Next month, Switzerland will vote whether the country should provide people with a monthly basic income—an as-yet-unspecified amount (to be figured out later by parliament) that will allow them “to live in a dignified manner.” Meanwhile, parts of the Netherlands, Finland, and Canada are starting to experiment with similar schemes.

In the United States, the startup incubator Y Combinator is sponsoring a five-year research project to see if a basic income makes sense in a nation that cherishes individual freedom but, at the same time, completely overhauled its welfare systemtwo decades ago to try to push people into gainful employment.

Two factors are driving the basic-income movement. First, there’s the fear that rapidly advancing technology is going to kill many more jobs than it will produce. Why not turn that problem on its head and unleash people to be more creative, especially if the robots are going to handle all of the menial tasks anyway? Second, there’s a strong feeling that the developed world is enjoying an era of great abundance; it’s just not being shared appropriately.

A host of sticky issues remain. How would a basic income be funded—with a broad-based consumption tax or a financial-transactions tax or through some other source? How basic is “basic”—just enough money to leave a recipient who has no other sources of remuneration right at the poverty line, or a sum that equates to a more generous“living wage”? Do you keep most other social safety-net programs intact, or should a basic income replace them all?

Yet as difficult as it will be to sort out the financing and framing, another question looms just as large: Can we reimagine what it means to be a contributing member of society?

“What is life for?” asks Andy Stern, the former president of the Service Employees International Union. “It could be doing something in the community or with family or for personal enrichment. All of that is ‘working’—but not in a ‘job’ as we think of it.”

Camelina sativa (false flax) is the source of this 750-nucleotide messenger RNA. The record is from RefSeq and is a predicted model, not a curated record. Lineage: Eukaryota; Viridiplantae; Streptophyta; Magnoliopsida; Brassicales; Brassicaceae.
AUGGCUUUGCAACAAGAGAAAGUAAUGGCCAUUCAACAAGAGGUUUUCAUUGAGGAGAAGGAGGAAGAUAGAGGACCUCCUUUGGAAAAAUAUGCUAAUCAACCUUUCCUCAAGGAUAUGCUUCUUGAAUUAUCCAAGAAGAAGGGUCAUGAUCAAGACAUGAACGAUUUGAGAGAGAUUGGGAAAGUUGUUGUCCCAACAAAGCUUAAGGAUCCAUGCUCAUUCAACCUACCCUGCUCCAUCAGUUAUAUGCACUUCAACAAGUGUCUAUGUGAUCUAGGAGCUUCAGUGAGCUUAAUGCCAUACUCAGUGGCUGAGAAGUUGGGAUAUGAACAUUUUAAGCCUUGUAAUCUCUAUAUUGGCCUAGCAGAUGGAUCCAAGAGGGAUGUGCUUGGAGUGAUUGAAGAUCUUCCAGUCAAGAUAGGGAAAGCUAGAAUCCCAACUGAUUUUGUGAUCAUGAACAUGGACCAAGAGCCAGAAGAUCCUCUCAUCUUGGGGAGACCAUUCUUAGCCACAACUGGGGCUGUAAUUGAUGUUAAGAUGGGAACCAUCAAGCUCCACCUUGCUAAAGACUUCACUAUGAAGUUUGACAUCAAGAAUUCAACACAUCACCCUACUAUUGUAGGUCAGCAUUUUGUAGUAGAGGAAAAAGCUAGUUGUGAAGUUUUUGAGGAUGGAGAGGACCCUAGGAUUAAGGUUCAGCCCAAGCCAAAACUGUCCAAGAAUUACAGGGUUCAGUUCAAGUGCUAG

The key to capitalizing on this tremendous “untapped opportunity,” Stern told me, will be to “separate income and jobs. They’re two very distinct things.”

Of those in Zurich advocating for a basic income, Stern was arguably the most surprising, at least on the face of it. As a leader of organized labor, he spent a long career tightening the link between jobs and income by trying to make sure that the SEIU’s rank-and-file—janitors, home healthcare workers, and security guards—were better and better compensated by their employers.

But Stern, who has just written a book promoting basic income called Raising the Floor, had an epiphany when Obamacare was signed into law. “I thought about how many hours I had spent at the bargaining table, and then in one fell swoop 20 million got healthcare,” he says.

In the same way that this single piece of legislation has made so many people stop worrying about what would happen if they got sick, Stern suggests, a basic income would allow folks to stop being so anxious about where their next paycheck is coming from. And that would liberate them to tackle all sorts of pursuits, including the entrepreneurial and the artistic. (Many, of course, would continue to work for a regular employer to supplement their basic income, but they’d still have much more flexibility than they do now.)

“I’m really curious,” Stern says, “what would that security guard do? Who are the philosophers and the dreamers?”

There are plenty of critics who dismiss all of this as a utopian fantasy. Others hate that under a basic income, the lazy and irresponsible would benefit. In fact, proponents need to acknowledge that some of the money is inevitably going to be handed “to the beach bums,” remarked Yanis Varoufakis, the former Greek Finance Minister, who favors a basic income.

Because of these and other concerns, the Swiss referendum isn’t expected to pass. But it is an important milestone nonetheless, as more and more people begin to reconsider what constitutes “work”— and who should pay for it.

Rick Wartzman is senior advisor to the Drucker Institute at Claremont Graduate University. The author or editor of five books, he is currently writing a narrative history of how the social contract between employer and employee in America has changed since the end of World War II.